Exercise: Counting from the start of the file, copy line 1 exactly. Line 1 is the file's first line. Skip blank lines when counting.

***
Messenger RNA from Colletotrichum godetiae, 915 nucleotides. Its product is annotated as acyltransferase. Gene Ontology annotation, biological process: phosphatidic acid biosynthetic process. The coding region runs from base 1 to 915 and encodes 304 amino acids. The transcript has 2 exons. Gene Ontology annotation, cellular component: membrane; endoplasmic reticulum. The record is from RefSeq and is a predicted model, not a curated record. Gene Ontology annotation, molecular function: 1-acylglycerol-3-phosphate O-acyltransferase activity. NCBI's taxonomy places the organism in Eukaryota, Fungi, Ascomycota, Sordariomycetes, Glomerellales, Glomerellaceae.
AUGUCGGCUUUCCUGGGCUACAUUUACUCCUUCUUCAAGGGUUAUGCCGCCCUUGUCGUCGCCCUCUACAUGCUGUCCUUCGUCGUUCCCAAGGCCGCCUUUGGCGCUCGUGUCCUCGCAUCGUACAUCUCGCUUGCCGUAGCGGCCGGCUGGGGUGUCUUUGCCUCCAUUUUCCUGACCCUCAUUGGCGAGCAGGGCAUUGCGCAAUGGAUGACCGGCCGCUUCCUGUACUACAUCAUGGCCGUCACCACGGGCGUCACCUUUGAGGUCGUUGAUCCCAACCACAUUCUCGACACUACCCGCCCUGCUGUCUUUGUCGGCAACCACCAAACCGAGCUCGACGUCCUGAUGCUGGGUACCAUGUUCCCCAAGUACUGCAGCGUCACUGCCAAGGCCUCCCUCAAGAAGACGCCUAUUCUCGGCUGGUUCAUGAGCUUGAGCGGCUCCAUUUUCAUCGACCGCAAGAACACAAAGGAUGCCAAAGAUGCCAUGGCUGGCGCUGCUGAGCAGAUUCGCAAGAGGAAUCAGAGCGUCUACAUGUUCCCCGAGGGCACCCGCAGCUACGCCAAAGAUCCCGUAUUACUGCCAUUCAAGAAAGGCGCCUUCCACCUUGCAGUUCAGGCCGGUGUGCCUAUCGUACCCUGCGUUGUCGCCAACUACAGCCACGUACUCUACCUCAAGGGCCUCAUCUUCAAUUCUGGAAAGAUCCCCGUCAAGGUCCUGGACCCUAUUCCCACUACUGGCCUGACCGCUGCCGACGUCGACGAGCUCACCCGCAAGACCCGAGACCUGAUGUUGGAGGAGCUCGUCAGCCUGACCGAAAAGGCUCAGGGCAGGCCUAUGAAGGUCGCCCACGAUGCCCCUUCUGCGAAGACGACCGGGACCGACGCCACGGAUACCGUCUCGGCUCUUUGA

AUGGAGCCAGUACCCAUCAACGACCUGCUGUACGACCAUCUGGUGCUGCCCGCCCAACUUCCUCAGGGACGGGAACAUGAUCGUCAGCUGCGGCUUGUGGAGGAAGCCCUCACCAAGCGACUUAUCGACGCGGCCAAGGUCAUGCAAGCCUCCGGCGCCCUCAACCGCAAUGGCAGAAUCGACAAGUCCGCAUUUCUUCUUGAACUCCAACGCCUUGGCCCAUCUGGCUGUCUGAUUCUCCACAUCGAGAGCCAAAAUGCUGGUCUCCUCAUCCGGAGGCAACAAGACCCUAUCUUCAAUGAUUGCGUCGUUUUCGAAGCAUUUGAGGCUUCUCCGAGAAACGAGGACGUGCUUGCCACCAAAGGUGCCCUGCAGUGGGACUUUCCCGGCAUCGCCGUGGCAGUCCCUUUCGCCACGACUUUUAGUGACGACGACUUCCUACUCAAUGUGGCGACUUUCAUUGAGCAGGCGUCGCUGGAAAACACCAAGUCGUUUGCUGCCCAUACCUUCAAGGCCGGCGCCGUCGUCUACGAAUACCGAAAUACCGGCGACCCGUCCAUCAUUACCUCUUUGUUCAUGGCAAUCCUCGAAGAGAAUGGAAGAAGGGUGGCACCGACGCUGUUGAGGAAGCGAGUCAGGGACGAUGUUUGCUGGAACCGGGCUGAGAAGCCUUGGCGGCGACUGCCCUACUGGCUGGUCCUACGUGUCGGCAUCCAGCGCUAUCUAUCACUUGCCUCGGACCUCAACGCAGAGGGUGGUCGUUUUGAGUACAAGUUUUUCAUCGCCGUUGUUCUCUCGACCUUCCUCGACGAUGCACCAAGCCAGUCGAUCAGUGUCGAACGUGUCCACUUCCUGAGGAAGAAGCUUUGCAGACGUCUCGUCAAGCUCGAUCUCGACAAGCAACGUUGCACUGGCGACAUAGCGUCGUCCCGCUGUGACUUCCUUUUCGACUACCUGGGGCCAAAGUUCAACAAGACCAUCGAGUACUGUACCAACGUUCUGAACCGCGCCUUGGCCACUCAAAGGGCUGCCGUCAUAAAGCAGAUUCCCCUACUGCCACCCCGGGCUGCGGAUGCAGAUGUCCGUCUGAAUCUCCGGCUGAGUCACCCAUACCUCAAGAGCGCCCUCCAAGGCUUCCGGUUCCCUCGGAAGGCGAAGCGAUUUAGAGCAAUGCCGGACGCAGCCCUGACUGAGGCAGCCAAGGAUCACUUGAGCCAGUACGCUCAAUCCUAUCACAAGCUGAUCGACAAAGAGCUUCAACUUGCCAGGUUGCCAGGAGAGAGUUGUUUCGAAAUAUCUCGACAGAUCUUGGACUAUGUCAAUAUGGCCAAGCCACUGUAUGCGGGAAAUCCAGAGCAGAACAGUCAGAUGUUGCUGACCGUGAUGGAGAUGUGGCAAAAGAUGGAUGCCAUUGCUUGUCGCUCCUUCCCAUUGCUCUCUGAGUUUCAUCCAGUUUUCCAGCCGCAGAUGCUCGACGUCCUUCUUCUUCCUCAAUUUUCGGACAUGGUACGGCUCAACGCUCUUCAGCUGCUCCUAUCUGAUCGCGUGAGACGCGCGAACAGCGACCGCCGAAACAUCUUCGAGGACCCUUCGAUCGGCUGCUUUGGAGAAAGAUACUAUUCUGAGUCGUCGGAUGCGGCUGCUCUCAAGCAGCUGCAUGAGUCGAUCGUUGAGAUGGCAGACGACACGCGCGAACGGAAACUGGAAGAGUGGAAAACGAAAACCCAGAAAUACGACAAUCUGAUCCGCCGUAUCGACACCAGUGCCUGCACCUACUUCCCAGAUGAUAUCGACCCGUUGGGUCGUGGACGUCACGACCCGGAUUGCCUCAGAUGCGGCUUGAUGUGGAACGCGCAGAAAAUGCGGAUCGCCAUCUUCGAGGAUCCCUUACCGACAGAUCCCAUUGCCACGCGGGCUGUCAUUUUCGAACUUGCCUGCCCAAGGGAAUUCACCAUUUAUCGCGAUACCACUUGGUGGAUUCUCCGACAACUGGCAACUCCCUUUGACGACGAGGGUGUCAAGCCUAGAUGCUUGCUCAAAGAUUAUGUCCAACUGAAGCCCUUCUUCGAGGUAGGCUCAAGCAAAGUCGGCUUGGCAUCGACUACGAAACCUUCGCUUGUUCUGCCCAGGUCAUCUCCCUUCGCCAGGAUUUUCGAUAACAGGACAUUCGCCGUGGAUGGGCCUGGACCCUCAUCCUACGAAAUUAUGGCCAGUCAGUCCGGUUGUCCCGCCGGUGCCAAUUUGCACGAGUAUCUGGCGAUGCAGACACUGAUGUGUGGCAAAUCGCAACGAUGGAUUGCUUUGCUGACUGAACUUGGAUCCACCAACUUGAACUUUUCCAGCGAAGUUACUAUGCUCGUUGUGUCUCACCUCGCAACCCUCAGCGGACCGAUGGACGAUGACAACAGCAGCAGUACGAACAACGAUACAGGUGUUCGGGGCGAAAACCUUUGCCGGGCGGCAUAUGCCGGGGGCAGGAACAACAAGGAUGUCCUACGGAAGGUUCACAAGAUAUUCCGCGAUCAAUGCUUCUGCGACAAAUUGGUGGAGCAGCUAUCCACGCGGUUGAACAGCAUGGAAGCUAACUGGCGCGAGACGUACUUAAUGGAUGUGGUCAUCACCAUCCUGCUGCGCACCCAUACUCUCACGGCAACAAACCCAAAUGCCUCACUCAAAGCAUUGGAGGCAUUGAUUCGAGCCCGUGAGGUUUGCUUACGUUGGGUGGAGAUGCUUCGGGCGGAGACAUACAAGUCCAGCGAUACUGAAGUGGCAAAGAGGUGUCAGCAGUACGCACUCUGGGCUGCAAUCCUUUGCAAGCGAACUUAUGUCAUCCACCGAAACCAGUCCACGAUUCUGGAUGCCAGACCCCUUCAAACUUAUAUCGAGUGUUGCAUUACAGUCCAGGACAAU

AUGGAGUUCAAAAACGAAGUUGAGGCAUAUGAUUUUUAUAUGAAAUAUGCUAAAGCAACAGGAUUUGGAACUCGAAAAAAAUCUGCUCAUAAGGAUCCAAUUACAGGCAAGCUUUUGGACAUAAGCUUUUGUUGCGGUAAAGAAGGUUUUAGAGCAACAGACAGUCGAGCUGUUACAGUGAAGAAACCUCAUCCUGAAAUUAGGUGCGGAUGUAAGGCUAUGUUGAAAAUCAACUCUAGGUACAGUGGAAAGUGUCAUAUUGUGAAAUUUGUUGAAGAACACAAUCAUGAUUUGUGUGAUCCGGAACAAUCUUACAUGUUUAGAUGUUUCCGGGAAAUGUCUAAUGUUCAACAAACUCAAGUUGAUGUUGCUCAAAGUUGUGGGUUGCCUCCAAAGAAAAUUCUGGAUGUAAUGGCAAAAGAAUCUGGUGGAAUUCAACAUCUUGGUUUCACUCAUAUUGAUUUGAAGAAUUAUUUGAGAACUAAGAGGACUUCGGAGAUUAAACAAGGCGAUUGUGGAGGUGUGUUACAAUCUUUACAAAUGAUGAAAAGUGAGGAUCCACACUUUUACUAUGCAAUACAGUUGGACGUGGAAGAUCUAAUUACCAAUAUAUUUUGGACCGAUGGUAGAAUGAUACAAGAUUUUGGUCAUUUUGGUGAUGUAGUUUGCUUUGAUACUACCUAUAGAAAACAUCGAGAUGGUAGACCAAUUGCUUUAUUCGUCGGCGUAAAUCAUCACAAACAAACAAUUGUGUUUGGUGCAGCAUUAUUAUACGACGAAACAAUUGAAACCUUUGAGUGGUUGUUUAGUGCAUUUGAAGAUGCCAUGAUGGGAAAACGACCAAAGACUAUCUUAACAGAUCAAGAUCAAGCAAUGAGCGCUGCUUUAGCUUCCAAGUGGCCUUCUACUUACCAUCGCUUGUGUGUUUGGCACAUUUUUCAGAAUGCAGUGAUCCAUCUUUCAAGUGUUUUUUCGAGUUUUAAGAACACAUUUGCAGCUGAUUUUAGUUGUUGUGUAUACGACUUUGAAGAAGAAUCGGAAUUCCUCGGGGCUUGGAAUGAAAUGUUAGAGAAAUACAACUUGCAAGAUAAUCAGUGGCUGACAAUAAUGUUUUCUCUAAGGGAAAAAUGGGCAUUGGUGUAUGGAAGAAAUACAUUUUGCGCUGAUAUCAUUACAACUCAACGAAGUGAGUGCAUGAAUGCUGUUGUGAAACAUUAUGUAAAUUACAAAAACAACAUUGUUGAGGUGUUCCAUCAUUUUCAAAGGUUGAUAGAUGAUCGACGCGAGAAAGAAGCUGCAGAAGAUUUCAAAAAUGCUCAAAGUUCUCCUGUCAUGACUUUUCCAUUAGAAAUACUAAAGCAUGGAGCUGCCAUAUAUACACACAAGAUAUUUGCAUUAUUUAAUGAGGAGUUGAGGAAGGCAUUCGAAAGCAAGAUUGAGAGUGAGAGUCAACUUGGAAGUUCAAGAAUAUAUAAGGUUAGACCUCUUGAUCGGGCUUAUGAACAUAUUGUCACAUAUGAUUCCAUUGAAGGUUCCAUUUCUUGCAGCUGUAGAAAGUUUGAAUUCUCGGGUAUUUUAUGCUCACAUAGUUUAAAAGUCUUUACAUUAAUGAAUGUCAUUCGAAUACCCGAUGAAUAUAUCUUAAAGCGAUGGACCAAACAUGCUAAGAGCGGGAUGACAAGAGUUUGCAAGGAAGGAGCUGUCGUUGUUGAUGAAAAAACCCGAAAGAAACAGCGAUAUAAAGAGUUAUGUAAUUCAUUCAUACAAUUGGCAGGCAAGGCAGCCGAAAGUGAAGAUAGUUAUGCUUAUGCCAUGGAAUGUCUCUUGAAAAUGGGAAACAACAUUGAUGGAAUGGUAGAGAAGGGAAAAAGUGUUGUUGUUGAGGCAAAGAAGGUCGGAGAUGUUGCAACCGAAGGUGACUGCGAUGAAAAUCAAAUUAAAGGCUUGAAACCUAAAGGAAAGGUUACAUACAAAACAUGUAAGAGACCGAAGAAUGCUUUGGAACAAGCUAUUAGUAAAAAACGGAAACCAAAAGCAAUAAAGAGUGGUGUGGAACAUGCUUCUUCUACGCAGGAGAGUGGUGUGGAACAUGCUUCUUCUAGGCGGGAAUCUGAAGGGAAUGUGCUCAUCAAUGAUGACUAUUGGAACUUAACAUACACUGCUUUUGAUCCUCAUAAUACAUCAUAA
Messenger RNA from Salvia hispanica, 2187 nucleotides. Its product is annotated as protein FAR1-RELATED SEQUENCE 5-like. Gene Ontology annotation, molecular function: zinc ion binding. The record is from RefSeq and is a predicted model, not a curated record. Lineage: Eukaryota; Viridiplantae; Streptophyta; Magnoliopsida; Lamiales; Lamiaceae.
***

Messenger RNA from Colletotrichum godetiae, 915 nucleotides. Its product is annotated as acyltransferase. Gene Ontology annotation, biological process: phosphatidic acid biosynthetic process. The coding region runs from base 1 to 915 and encodes 304 amino acids. The transcript has 2 exons. Gene Ontology annotation, cellular component: membrane; endoplasmic reticulum. The record is from RefSeq and is a predicted model, not a curated record. Gene Ontology annotation, molecular function: 1-acylglycerol-3-phosphate O-acyltransferase activity. NCBI's taxonomy places the organism in Eukaryota, Fungi, Ascomycota, Sordariomycetes, Glomerellales, Glomerellaceae.